Since Barros has not been charged with any wrongdoing, Cruz’s allegations against him have not been subject to legal scrutiny. However, Vatican and Chilean prosecutors both considered him to be a credible witness in cases against Karadima, during which he also testified about Barros’ presence while he was being groped. Other Karadima victims have said the same.

“The tribunal has acquired sufficient conviction to accept Cruz’s testimony as proof of the facts,” Chilean investigating Judge Jessica Gonzalez wrote in 2011. While Gonzalez dropped criminal charges against Karadima, she stressed it wasn’t for lack of proof but because too much time had passed.

In the decree sentencing Karadima to a lifetime of penance and prayer, the Vatican tribunal said it had acquired the “moral certainty of the truth” about Karadima’s guilt based on testimony from Cruz and other whistleblowers, even though many bishops, priests and laity insisted Karadima was innocent.

Some high-ranking Church officials, though, have continued to question Cruz’s veracity and motives. Among them is Chilean Cardinal Francisco Javier Errazuriz, a top adviser to Francis as a member of the pope’s “kitchen cabinet” of cardinals.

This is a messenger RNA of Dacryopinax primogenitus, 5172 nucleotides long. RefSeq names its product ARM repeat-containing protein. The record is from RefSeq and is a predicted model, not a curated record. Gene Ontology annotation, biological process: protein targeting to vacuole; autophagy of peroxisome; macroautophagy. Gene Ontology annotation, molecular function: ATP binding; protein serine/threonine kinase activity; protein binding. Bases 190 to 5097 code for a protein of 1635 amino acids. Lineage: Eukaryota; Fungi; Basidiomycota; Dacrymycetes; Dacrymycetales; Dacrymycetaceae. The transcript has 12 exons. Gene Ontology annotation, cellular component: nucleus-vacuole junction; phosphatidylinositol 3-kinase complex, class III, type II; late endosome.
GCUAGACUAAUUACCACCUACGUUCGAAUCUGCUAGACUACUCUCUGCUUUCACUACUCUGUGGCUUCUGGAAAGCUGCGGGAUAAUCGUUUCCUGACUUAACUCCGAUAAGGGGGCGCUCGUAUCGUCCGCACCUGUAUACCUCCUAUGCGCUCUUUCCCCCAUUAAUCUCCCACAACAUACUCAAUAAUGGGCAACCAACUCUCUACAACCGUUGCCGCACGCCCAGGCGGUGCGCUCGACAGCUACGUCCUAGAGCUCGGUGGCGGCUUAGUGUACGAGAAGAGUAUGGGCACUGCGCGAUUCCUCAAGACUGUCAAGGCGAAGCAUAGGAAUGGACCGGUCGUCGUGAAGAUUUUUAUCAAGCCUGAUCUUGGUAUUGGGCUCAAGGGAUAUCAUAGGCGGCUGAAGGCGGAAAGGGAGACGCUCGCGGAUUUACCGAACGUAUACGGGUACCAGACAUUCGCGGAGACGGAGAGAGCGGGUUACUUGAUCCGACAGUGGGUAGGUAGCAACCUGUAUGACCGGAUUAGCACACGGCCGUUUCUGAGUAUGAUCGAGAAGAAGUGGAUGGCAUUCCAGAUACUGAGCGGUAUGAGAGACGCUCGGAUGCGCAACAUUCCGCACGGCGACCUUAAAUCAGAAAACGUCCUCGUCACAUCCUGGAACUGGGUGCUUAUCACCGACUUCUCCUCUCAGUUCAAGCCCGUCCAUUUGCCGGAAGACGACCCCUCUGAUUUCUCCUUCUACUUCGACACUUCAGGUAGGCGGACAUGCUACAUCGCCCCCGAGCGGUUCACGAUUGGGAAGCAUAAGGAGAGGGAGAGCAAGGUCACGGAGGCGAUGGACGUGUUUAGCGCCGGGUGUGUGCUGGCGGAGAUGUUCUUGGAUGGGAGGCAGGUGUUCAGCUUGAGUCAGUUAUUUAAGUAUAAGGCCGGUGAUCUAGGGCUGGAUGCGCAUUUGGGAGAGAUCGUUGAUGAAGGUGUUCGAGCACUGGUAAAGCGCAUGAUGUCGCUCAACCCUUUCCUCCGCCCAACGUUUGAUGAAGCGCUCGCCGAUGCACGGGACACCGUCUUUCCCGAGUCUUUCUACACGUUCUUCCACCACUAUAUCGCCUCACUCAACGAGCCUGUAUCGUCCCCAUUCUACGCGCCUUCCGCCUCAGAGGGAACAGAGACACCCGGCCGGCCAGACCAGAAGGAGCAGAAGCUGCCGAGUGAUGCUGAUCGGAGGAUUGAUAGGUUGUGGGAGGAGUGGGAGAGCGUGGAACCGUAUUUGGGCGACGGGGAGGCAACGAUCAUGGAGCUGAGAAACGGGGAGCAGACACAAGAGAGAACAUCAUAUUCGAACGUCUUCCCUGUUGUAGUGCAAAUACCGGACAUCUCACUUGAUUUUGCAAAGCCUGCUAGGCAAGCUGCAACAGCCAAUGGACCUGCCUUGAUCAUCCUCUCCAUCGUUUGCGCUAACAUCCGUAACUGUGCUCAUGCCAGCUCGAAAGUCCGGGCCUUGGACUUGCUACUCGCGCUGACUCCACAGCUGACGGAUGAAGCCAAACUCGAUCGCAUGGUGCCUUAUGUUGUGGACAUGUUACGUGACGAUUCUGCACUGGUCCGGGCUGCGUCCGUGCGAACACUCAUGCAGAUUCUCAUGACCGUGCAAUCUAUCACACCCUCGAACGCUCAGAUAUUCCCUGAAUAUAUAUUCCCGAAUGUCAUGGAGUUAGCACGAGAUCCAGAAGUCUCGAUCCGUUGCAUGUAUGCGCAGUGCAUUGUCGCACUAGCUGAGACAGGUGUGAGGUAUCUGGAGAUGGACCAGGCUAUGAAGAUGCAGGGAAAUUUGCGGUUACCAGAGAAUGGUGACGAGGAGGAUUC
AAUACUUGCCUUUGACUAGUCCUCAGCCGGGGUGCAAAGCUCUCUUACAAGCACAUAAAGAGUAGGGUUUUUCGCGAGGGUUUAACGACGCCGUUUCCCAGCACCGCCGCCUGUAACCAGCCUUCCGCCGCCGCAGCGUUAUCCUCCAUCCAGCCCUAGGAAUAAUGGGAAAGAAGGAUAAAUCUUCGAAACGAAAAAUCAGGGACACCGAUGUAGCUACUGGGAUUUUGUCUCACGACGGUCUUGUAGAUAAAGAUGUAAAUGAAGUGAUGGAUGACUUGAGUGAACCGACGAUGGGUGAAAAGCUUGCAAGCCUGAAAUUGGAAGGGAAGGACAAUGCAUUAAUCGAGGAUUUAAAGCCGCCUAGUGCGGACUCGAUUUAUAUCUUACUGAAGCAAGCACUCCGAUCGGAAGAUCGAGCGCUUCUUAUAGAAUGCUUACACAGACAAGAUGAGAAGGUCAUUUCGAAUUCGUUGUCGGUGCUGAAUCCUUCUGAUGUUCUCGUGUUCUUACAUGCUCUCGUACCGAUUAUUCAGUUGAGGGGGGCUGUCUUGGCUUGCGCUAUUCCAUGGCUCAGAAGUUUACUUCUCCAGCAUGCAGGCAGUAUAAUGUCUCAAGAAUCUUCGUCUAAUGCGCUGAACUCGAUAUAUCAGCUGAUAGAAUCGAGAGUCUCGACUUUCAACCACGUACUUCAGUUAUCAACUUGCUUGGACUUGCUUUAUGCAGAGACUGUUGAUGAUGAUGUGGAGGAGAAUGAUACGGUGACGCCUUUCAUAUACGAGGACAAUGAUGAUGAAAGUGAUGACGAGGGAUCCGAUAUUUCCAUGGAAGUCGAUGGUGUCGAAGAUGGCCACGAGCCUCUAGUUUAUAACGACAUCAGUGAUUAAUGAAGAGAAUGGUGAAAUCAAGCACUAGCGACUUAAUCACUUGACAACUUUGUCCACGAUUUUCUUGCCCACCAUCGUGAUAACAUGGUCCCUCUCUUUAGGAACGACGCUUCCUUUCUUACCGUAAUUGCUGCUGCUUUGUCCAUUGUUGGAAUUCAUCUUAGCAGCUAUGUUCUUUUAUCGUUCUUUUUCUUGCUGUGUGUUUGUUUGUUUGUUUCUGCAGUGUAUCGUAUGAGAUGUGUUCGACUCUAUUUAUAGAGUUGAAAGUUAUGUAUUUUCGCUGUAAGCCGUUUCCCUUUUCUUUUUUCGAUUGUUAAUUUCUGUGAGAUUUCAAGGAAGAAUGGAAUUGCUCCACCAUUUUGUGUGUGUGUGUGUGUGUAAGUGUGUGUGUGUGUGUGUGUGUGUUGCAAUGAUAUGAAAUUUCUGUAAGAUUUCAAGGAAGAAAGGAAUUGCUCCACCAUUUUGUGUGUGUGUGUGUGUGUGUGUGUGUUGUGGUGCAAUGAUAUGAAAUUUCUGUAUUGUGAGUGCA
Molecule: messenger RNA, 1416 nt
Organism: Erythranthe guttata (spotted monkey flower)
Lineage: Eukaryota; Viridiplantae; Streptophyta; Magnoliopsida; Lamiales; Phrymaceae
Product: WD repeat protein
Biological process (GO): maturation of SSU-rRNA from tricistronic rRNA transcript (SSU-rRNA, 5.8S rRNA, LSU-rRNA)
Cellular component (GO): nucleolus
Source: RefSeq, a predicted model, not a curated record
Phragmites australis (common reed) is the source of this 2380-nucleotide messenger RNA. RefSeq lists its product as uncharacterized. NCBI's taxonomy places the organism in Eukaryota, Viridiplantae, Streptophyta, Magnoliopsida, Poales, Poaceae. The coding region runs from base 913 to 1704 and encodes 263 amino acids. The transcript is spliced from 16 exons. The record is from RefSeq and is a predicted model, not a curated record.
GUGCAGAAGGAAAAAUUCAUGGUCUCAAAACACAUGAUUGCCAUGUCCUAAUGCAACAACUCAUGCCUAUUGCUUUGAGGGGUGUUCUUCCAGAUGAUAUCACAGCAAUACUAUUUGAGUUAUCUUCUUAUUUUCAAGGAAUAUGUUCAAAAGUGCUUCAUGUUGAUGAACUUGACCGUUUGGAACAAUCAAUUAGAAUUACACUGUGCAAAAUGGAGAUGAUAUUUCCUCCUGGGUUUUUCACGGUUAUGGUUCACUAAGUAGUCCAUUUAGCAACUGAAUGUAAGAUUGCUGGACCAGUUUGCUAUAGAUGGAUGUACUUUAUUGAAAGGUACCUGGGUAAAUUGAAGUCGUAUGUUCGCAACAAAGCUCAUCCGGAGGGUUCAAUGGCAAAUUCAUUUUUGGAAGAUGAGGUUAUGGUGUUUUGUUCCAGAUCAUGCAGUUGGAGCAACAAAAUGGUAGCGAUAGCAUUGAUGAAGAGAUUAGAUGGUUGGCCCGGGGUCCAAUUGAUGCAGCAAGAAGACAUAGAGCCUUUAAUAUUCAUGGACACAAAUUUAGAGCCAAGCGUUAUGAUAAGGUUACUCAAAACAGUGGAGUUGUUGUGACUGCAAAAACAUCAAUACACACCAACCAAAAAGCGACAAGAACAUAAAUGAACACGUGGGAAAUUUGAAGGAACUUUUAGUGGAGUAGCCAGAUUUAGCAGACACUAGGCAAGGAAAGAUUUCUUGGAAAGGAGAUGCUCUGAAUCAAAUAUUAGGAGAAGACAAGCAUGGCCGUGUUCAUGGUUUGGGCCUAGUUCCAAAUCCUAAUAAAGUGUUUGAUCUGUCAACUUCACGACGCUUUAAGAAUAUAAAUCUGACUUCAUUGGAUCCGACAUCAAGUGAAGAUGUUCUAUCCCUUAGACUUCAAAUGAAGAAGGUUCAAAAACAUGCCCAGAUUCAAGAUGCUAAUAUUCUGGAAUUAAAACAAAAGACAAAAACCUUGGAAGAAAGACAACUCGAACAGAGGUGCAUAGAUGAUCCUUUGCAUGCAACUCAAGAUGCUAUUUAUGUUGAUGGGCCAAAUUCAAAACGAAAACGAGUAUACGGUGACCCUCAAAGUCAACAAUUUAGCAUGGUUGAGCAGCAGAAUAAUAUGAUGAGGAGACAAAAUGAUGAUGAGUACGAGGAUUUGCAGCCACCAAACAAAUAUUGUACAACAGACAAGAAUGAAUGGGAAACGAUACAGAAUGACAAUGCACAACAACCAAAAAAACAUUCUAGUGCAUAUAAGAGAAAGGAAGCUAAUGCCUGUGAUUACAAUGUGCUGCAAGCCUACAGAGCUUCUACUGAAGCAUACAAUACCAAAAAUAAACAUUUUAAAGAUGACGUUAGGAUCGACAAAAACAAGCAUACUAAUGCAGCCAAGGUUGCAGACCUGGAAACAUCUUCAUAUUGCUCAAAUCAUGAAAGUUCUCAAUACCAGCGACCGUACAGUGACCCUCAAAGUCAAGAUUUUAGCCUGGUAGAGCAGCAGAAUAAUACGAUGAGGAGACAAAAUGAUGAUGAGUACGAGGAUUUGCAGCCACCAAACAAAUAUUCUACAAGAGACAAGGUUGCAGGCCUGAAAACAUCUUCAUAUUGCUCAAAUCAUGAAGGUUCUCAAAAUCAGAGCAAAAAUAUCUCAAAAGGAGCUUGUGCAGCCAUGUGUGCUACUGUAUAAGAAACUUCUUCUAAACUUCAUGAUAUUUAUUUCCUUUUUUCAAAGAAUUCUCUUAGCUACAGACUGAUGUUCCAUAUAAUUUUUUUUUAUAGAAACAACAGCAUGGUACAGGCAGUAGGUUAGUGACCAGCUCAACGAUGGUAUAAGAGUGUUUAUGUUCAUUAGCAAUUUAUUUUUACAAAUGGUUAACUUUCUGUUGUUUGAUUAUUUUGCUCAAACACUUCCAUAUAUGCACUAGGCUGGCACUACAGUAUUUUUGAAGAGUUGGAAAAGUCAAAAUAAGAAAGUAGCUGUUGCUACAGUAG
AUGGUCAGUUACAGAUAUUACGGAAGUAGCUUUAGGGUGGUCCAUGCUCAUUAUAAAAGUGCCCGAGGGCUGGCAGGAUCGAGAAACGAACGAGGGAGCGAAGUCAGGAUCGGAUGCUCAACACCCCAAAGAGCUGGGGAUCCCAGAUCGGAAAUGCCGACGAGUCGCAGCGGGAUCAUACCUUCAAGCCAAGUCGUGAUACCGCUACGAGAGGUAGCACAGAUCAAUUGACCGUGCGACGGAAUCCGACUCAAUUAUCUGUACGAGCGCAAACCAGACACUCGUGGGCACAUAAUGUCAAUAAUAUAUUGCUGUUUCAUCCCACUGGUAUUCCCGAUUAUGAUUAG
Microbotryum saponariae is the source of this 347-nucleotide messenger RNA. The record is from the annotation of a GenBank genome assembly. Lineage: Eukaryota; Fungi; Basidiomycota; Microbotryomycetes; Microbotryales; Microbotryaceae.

While Francis and Errazuriz have ideological differences, it would be natural for the pope to ask the head of the Chilean Church about a Chilean bishop who had once worked for him. And Errazuriz and the Argentinian pope have known each other for decades, when both men served as archbishops in their neighboring countries.

Errazuriz publicly apologized in 2010 for not believing Karadima’s victims initially. Privately, he has called Cruz a liar and a “serpent” bent on destroying the Catholic Church in Chile, according to emails first published by Chilean online newspaper El Mostrador.

The emails Errazuriz exchanged in 2013 and 2014 with his successor as Santiago’s archbishop show him maneuvering to keep Cruz off the Pontifical Commission for the Protection of Minors — Francis’s advisory panel on sex abuse — and from the list of speakers for an annual bishops’ gathering.